Next, it occurred to me to first try a spatial test. If I care about establishments within a certain radius, that implies a circle around the focal establishment (that’s why I was building circles in the previous post). I could take that circle, as a geometric object, and see if it intersected with the various counties’ geometries. Then I’d only have to check establishments in the counties that the circle actually overlapped–in most cases, just one!

```
for county in county_adjacent[county]:
if circle.intersects(counties[counties.county == county].geometry.iloc[0]):
county_ests = ests[ests.county == county]
in_area = county_ests[county_ests.within(circle)]
sub_dyads = pandas.concat([sub_dyads, in_area])
```

Two things to notice here. First, this code uses the
`geopandas`

package, so the dataframe-query
structure follows that of `pandas`

,
while functions like `intersects()`

and `within()`

are ultimately
being drawn from
`shapely`

. Second, this code
involves three geodataframes: one with the establishments, one with
the “circles” around each establishment, and one with the polygon
geometries of all the counties. We’ll come back to this use of
dataframes and the like.

## A surprise appearance of \( \mathcal{O}(n^2) \)

So far, so good. Code of this type took forever to run, though. It
would start fine, managing some 3,000 establishments per minute, but
it would gradually slow down. Indeed this took *longer* to complete
than the original, naïve version–nearly 30 hours for 100,000
establishments! This isn’t how programming is supposed to work,
right? What was I doing wrong?

The problem lay in the `pandas.concat()`

function. This takes two
dataframes as inputs and returns their concatenation as an output. It
might seem that this would just write the elements to the existing
dataframe (in which case it would run in \( \mathcal{O}(n) \)), but no: it
writes *both* elements anew. Think about what this means at every
step:

- Step 1: write \( n_1 \) rows
- Step 2: write \( n_1 + n_2 \) rows
- Step 3: write \( n_1 + n_2 + n_3 \) rows
- Step 4: write \( n_1 + n_2 + n_3 + n_4 \) rows
- Step N: write \( n_1 + n_2 + … + n_N \) rows

This amounts to writing data \( (n^2 - n) / 2 \) times, which means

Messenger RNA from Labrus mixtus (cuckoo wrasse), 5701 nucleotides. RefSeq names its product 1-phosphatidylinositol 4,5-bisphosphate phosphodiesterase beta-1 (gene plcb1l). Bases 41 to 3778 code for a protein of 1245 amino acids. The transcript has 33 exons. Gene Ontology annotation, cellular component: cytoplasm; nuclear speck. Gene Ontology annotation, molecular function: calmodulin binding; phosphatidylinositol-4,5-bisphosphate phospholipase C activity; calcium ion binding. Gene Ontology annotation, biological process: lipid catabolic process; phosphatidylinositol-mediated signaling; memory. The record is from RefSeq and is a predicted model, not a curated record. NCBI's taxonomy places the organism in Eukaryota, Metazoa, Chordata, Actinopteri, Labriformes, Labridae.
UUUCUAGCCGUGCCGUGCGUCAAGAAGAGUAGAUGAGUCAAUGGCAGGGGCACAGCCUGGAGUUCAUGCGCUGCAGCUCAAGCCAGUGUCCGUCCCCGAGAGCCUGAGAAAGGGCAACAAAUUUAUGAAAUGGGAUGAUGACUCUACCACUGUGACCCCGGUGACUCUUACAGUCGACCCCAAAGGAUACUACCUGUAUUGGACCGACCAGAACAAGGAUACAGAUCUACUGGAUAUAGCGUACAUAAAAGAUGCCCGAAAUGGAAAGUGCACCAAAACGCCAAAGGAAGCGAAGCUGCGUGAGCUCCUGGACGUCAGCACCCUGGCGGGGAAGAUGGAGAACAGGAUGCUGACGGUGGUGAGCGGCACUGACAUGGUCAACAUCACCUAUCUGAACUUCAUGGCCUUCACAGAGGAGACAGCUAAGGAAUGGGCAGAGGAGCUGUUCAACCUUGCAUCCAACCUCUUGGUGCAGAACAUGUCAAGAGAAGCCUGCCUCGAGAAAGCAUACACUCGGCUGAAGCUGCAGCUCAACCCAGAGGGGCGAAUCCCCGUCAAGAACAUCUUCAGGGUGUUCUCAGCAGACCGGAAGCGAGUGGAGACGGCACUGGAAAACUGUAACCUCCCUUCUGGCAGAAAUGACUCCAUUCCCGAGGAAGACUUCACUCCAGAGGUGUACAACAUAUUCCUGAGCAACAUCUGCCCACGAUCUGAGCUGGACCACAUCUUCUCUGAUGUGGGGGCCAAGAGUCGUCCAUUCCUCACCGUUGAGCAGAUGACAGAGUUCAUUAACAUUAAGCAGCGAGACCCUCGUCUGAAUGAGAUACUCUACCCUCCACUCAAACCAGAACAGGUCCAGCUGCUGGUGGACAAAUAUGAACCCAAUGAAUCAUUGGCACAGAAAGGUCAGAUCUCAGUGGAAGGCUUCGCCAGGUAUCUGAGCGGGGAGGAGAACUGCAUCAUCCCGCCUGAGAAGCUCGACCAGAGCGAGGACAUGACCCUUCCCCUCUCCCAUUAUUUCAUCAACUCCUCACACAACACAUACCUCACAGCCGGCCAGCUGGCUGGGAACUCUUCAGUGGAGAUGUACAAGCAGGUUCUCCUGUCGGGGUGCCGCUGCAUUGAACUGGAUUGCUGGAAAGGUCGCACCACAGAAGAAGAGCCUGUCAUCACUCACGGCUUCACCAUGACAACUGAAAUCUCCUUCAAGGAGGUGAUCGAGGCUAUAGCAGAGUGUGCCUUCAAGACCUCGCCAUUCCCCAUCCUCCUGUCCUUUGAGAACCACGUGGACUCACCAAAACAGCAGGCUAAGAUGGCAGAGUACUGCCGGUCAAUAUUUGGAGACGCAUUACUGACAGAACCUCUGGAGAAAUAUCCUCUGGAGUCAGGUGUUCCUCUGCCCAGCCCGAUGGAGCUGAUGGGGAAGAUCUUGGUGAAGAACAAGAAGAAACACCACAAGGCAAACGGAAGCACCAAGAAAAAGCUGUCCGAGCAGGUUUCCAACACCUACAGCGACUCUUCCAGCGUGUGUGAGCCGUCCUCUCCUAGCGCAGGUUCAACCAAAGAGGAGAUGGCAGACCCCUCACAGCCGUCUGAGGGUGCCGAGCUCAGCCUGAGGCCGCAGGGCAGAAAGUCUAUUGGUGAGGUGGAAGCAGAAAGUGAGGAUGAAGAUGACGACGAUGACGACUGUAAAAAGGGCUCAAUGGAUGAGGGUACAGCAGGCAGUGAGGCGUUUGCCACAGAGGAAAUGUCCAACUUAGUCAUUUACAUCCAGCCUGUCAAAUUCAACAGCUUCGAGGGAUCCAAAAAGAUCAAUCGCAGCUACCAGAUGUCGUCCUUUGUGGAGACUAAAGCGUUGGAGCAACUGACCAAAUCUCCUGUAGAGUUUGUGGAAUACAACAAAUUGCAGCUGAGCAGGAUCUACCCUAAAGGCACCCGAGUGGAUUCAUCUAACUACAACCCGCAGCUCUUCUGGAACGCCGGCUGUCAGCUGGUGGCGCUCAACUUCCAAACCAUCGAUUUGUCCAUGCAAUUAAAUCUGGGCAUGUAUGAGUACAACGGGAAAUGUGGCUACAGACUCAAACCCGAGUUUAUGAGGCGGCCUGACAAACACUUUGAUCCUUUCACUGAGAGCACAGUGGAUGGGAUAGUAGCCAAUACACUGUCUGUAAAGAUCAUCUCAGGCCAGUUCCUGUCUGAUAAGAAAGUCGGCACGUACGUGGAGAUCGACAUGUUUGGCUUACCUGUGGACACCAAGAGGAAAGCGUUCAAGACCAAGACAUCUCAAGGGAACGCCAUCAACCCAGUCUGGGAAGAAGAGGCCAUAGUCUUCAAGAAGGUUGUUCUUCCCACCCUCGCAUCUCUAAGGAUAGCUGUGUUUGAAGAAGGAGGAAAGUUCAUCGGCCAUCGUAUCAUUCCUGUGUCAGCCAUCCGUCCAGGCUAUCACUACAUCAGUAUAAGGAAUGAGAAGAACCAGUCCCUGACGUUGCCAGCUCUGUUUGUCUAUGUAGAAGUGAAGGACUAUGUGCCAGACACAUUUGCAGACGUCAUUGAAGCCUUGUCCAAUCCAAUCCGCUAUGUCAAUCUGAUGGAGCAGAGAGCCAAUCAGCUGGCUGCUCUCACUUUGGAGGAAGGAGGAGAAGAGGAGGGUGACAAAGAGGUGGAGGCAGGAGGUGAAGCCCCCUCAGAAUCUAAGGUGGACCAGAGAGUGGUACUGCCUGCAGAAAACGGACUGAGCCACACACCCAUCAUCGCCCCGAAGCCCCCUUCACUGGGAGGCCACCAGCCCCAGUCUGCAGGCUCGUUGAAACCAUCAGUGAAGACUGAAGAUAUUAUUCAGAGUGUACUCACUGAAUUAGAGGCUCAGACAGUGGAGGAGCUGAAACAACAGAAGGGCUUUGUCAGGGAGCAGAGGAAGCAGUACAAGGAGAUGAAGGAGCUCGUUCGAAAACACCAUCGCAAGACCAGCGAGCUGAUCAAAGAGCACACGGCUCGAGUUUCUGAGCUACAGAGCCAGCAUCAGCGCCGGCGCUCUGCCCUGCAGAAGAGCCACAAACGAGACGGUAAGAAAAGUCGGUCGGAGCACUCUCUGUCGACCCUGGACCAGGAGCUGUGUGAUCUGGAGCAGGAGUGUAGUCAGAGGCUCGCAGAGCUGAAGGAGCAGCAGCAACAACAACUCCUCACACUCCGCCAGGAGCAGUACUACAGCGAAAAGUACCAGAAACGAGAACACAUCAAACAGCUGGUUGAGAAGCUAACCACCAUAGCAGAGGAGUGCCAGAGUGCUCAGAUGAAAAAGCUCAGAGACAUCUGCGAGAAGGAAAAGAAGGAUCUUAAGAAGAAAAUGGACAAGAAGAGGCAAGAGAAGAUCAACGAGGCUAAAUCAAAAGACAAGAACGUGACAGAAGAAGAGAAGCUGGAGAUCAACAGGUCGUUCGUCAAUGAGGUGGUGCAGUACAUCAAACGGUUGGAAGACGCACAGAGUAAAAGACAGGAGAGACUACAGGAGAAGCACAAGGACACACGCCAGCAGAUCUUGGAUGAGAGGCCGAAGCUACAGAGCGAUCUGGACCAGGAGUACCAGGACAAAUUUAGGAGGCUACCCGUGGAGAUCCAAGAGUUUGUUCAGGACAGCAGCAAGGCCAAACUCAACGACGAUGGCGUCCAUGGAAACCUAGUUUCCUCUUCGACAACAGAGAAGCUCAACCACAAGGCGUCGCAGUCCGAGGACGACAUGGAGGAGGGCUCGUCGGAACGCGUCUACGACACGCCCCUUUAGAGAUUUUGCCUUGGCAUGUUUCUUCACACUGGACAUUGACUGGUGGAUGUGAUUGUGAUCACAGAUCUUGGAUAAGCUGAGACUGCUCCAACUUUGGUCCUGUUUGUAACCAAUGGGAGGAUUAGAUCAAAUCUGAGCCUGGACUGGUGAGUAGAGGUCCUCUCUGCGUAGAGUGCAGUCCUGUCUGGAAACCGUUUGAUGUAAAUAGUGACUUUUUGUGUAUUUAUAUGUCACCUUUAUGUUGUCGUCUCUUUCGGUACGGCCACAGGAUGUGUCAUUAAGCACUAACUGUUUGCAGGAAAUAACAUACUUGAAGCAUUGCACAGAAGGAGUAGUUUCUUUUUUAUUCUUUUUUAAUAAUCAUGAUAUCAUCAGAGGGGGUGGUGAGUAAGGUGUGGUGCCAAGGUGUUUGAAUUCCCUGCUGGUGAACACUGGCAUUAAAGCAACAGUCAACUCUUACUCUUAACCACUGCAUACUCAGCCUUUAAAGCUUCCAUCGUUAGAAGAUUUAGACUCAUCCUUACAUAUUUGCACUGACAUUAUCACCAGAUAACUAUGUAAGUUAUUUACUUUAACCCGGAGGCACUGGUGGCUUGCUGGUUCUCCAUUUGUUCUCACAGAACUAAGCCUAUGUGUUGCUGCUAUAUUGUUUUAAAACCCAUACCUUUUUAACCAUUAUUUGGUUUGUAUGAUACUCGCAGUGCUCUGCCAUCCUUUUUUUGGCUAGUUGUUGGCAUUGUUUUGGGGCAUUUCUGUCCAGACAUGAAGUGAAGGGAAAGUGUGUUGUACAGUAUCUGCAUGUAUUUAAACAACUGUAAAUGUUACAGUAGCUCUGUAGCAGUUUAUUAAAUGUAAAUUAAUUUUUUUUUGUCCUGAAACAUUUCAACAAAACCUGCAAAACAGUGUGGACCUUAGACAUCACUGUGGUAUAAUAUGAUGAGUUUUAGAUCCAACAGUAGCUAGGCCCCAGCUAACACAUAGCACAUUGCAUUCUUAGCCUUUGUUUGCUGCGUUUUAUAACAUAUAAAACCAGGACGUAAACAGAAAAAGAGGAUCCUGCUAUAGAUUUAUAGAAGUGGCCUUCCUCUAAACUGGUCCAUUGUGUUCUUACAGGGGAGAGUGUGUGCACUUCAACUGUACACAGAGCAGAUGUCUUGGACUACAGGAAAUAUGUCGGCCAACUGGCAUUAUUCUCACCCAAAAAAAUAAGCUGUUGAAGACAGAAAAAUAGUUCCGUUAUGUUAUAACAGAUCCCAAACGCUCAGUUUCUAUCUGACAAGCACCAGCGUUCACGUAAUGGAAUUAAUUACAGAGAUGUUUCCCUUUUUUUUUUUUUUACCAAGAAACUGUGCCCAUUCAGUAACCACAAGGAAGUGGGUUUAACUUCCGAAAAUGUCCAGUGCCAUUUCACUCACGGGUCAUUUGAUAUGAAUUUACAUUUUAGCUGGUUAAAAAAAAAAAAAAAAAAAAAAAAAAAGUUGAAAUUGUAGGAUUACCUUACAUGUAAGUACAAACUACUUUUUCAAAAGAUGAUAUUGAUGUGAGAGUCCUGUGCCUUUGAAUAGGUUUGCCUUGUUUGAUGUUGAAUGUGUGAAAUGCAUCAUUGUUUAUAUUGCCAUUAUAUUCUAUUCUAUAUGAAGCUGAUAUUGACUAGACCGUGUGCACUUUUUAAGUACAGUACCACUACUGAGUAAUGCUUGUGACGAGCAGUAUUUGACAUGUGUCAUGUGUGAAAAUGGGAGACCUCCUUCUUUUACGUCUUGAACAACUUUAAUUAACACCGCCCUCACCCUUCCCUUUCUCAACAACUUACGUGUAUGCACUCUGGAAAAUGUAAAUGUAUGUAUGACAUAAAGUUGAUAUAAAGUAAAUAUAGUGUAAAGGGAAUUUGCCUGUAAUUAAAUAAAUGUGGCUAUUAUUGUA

we’re back to \( \mathcal{O}(n^2) \). No matter how many operations I was
saving by my clever spatial sub-setting, I was more than gaining them
back with this incredibly inefficient write process! (Before you ask,
`pandas.append()`

has the same behavior.)

The solution to *this* problem, at least, was to create results as a
list of lists rather than as a dataframe, and then use
`list.append()`

, which runs in \( \mathcal{O}(n) \). This removed the dramatic
slowdowns, but by itself it could not surpass the fastest *initial*
performance of this type of code, which as mentioned was about 3,000
establishments per minute.

## Detouring through search algorithms

Obviously, if I could figure out some faster way to subset the
feasible candidates, I could go faster still. But how? By itself,
Euclidean distance is pretty fast to calculate. And indeed that’s what
the `within()`

function was doing. I began Googling phrases like
“efficient algorithm to find points within distance” and the like. At
some point, this led me to a page comparing linear to binary search.

Say you have a list. You want to find whether an item is in the
list–or find its *index* in the list, which amounts to the same
thing. If the list isn’t sorted then the best approach is just to
start at the first element and compare it to your item. If it matches,
you’re done! If not, take the next element, and repeat. On average,
you’d expect to have to check \( n/2 \) elements, where \( n \) is
the length of the list. This means that the compute time for a linear
search is proportional to the length of the list–classic \( \mathcal{O}(n) \)
stuff.

Now imagine that the list is sorted. Then the best approach is to
start, not at the list’s start, but in its *middle*. If the middle
element matches your item, you’re done! If not, then ask whether it’s
bigger or smaller than your item. If it’s bigger, then you can rule
out the entire second half of the list. If it’s smaller, then you can
rule out the entire *first* half of the list. Take the middle element
of the remaining half, and repeat. After each test, you halve the
remaining search space, so after \( k \) tests there are \( n/2^k
\) elements left. The most searches we can do before having one item
left will therefore be when \( n/2^k = 1 \); solving for \( k \)
gives \( k = \log_2 n \). This means that binary search runs in \(
\mathcal{O}(\log{}(n)) \), which is a damned sight faster than linear
time!

## From \( \mathcal{O}(n^2) \) to \( \mathcal{O}(\log{}(n)) \)

This seemed exciting. What if I could sort my establishments by their locations…? But that seemed problematic. \( (x,y) \) coordinates are by their nature two-dimensional. How would you order them?

Ah, but here’s the thing: sorting is itself something that can be implemented very efficiently. So why not just sort by x, and then sort by y? Granted, I didn’t need to find each establishment in the sorted list, but instead all establishments within a certain x- or y-distance from them. In a sorted list, though, this just amounts to finding the indices of the establishments at \( x \pm r \), where \( r \) is the radius. Once you have those, you have the subset of establishments that are feasible candidates, at least in the x dimension. If you do the same thing with a list sorted on the y coordinate, then you can get the subset of establishments that are feasible candidates, at least in the y dimension. Then you can find the list intersection (another efficiently implemented algorithm), and you’re really quite close.